Last week, the Burundi Parliament voted a withdrawal of their country from the ICC. a few days ago, the President of Burundi apparently signed a decree to take this decision a little closer to being a reality. Yesterday, it appears that South Africa initiated the process of leaving the Court as well.
These two possible withdrawals raise a number of interesting questions, both legally and politically.
In terms of the applicable legal framework, the first (obvious) point to note is that such a withdrawal is indeed allowed by the Rome Statute, under Article 127.
The second point to note is that annoucements by governments or decisions adopted by domestic bodies are not sufficient for a withdrawal to take effect. Article 127(1) provides that:
A State Party may, by written notification addressed to the Secretary-General of the United Nations, withdraw from this Statute. The withdrawal shall take effect one year after the date of receipt of the notification, unless the notification specifies a later date.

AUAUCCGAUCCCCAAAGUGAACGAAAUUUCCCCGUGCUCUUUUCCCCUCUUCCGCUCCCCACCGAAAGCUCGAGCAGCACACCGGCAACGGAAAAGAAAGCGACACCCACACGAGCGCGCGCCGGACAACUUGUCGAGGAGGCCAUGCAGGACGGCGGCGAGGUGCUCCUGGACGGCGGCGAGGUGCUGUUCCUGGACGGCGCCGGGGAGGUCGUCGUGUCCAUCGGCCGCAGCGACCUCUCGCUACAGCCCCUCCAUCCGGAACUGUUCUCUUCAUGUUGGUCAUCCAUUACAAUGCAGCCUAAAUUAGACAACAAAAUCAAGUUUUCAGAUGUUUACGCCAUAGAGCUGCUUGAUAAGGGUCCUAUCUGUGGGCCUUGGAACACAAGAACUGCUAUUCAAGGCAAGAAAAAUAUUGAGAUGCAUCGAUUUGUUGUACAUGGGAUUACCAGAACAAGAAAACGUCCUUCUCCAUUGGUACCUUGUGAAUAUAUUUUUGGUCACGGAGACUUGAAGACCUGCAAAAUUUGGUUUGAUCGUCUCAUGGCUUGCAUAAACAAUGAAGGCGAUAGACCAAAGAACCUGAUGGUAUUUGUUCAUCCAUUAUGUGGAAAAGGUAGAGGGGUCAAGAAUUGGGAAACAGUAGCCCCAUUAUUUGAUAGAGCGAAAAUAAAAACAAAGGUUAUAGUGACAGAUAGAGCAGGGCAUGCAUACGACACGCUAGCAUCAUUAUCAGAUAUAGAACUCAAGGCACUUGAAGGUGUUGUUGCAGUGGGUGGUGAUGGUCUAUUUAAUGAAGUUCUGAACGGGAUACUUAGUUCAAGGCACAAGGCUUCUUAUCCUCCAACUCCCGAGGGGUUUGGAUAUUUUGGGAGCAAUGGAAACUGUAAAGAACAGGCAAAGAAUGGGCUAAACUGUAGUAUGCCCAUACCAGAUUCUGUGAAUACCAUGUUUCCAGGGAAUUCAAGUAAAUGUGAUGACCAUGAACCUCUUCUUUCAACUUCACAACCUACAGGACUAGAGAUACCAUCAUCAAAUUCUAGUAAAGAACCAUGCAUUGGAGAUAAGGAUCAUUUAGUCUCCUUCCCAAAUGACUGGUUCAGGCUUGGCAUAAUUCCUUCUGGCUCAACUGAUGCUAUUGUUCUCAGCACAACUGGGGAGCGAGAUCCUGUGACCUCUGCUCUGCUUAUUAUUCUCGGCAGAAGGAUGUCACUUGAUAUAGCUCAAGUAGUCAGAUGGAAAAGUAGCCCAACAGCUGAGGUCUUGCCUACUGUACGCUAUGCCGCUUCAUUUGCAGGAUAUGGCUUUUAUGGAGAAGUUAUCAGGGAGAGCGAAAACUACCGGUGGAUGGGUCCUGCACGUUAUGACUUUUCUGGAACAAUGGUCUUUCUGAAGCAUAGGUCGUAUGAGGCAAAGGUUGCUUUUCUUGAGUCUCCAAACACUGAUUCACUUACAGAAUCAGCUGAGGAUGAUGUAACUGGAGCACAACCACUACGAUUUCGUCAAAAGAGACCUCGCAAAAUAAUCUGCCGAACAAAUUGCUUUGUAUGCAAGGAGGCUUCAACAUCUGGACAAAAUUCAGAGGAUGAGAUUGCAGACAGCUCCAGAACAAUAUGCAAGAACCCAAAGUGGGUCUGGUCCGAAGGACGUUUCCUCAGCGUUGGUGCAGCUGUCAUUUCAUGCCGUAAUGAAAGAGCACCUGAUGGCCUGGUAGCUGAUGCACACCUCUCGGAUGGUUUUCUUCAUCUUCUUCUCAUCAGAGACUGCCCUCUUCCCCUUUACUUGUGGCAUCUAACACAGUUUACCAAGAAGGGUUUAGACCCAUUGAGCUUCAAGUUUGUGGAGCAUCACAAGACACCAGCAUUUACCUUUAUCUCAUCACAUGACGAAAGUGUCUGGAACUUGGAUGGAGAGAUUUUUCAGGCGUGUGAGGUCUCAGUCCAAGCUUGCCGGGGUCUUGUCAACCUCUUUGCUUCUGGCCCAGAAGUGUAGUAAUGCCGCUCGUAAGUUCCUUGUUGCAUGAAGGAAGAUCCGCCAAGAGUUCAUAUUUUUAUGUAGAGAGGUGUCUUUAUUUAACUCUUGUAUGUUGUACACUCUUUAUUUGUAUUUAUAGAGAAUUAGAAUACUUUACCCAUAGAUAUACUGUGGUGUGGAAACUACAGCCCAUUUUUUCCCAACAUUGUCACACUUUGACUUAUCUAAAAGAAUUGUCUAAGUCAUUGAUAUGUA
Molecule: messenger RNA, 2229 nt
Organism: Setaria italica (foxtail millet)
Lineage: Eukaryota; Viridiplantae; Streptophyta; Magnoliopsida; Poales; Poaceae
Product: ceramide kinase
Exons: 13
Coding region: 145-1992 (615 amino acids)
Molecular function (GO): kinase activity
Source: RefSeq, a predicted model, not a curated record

Therefore, without a notification to the UNSG, there can be no withdrawal. It seems that South Africa (but not Burundi) has deposited such a notification. It should be noted that the question of the domestic legality of a withdrawal is a different issue (on South Africa, see initial thoughts from Richard Goldstone here).
In terms of the legal consequences of a withdrawal, I refer you to the excellent post by Alex Whiting over at Just Security where he discusses whether Burundi leaving the Court would have an effect on the Prosecutor’s capacity to investigate and prosecute crimes that took place before the withdrawal takes effect. As Alex recalls, this issue is covered by Article 127(2) of the Rome Statute which provides that:
Its withdrawal shall not affect any cooperation with the Court in connection with criminal investigations and proceedings in relation to which the withdrawing State had a duty to cooperate and which were commenced prior to the date on which the withdrawal became effective, nor shall it prejudice in any way the continued consideration of any matter which was already under consideration by the Court prior to the date on which the withdrawal became effective.